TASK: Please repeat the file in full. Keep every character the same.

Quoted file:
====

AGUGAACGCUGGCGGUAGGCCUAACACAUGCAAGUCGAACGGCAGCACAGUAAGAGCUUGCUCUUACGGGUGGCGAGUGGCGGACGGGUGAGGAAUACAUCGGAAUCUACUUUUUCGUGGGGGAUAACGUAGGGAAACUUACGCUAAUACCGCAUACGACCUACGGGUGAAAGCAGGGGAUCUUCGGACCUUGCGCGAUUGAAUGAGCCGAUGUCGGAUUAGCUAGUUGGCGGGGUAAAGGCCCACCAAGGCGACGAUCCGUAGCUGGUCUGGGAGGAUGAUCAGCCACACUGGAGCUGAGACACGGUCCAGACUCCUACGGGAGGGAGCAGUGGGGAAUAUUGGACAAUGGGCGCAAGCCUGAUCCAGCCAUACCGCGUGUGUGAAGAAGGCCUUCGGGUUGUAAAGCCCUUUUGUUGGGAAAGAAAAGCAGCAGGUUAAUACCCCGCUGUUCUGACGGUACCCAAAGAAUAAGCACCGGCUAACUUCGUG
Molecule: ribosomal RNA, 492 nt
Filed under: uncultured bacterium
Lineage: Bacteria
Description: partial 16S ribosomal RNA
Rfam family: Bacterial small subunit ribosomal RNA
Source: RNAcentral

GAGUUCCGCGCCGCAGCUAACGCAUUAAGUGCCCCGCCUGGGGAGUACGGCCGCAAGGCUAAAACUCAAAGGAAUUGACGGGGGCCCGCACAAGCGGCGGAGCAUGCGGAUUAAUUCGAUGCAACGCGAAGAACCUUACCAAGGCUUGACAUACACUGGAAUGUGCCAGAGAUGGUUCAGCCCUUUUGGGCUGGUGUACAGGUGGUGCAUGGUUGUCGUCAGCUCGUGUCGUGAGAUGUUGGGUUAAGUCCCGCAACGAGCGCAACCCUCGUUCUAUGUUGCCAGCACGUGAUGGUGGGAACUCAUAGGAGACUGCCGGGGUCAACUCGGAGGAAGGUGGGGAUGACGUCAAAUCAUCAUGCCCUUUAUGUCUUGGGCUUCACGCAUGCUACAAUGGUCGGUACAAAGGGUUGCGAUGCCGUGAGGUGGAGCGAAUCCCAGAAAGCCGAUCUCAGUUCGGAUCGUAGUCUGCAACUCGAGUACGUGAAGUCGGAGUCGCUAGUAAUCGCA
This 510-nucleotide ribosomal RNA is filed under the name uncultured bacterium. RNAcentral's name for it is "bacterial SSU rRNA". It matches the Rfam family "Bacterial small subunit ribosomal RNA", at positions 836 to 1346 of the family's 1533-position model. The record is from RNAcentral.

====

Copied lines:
AGUGAACGCUGGCGGUAGGCCUAACACAUGCAAGUCGAACGGCAGCACAGUAAGAGCUUGCUCUUACGGGUGGCGAGUGGCGGACGGGUGAGGAAUACAUCGGAAUCUACUUUUUCGUGGGGGAUAACGUAGGGAAACUUACGCUAAUACCGCAUACGACCUACGGGUGAAAGCAGGGGAUCUUCGGACCUUGCGCGAUUGAAUGAGCCGAUGUCGGAUUAGCUAGUUGGCGGGGUAAAGGCCCACCAAGGCGACGAUCCGUAGCUGGUCUGGGAGGAUGAUCAGCCACACUGGAGCUGAGACACGGUCCAGACUCCUACGGGAGGGAGCAGUGGGGAAUAUUGGACAAUGGGCGCAAGCCUGAUCCAGCCAUACCGCGUGUGUGAAGAAGGCCUUCGGGUUGUAAAGCCCUUUUGUUGGGAAAGAAAAGCAGCAGGUUAAUACCCCGCUGUUCUGACGGUACCCAAAGAAUAAGCACCGGCUAACUUCGUG
Molecule: ribosomal RNA, 492 nt
Filed under: uncultured bacterium
Lineage: Bacteria
Description: partial 16S ribosomal RNA
Rfam family: Bacterial small subunit ribosomal RNA
Source: RNAcentral

GAGUUCCGCGCCGCAGCUAACGCAUUAAGUGCCCCGCCUGGGGAGUACGGCCGCAAGGCUAAAACUCAAAGGAAUUGACGGGGGCCCGCACAAGCGGCGGAGCAUGCGGAUUAAUUCGAUGCAACGCGAAGAACCUUACCAAGGCUUGACAUACACUGGAAUGUGCCAGAGAUGGUUCAGCCCUUUUGGGCUGGUGUACAGGUGGUGCAUGGUUGUCGUCAGCUCGUGUCGUGAGAUGUUGGGUUAAGUCCCGCAACGAGCGCAACCCUCGUUCUAUGUUGCCAGCACGUGAUGGUGGGAACUCAUAGGAGACUGCCGGGGUCAACUCGGAGGAAGGUGGGGAUGACGUCAAAUCAUCAUGCCCUUUAUGUCUUGGGCUUCACGCAUGCUACAAUGGUCGGUACAAAGGGUUGCGAUGCCGUGAGGUGGAGCGAAUCCCAGAAAGCCGAUCUCAGUUCGGAUCGUAGUCUGCAACUCGAGUACGUGAAGUCGGAGUCGCUAGUAAUCGCA
This 510-nucleotide ribosomal RNA is filed under the name uncultured bacterium. RNAcentral's name for it is "bacterial SSU rRNA". It matches the Rfam family "Bacterial small subunit ribosomal RNA", at positions 836 to 1346 of the family's 1533-position model. The record is from RNAcentral.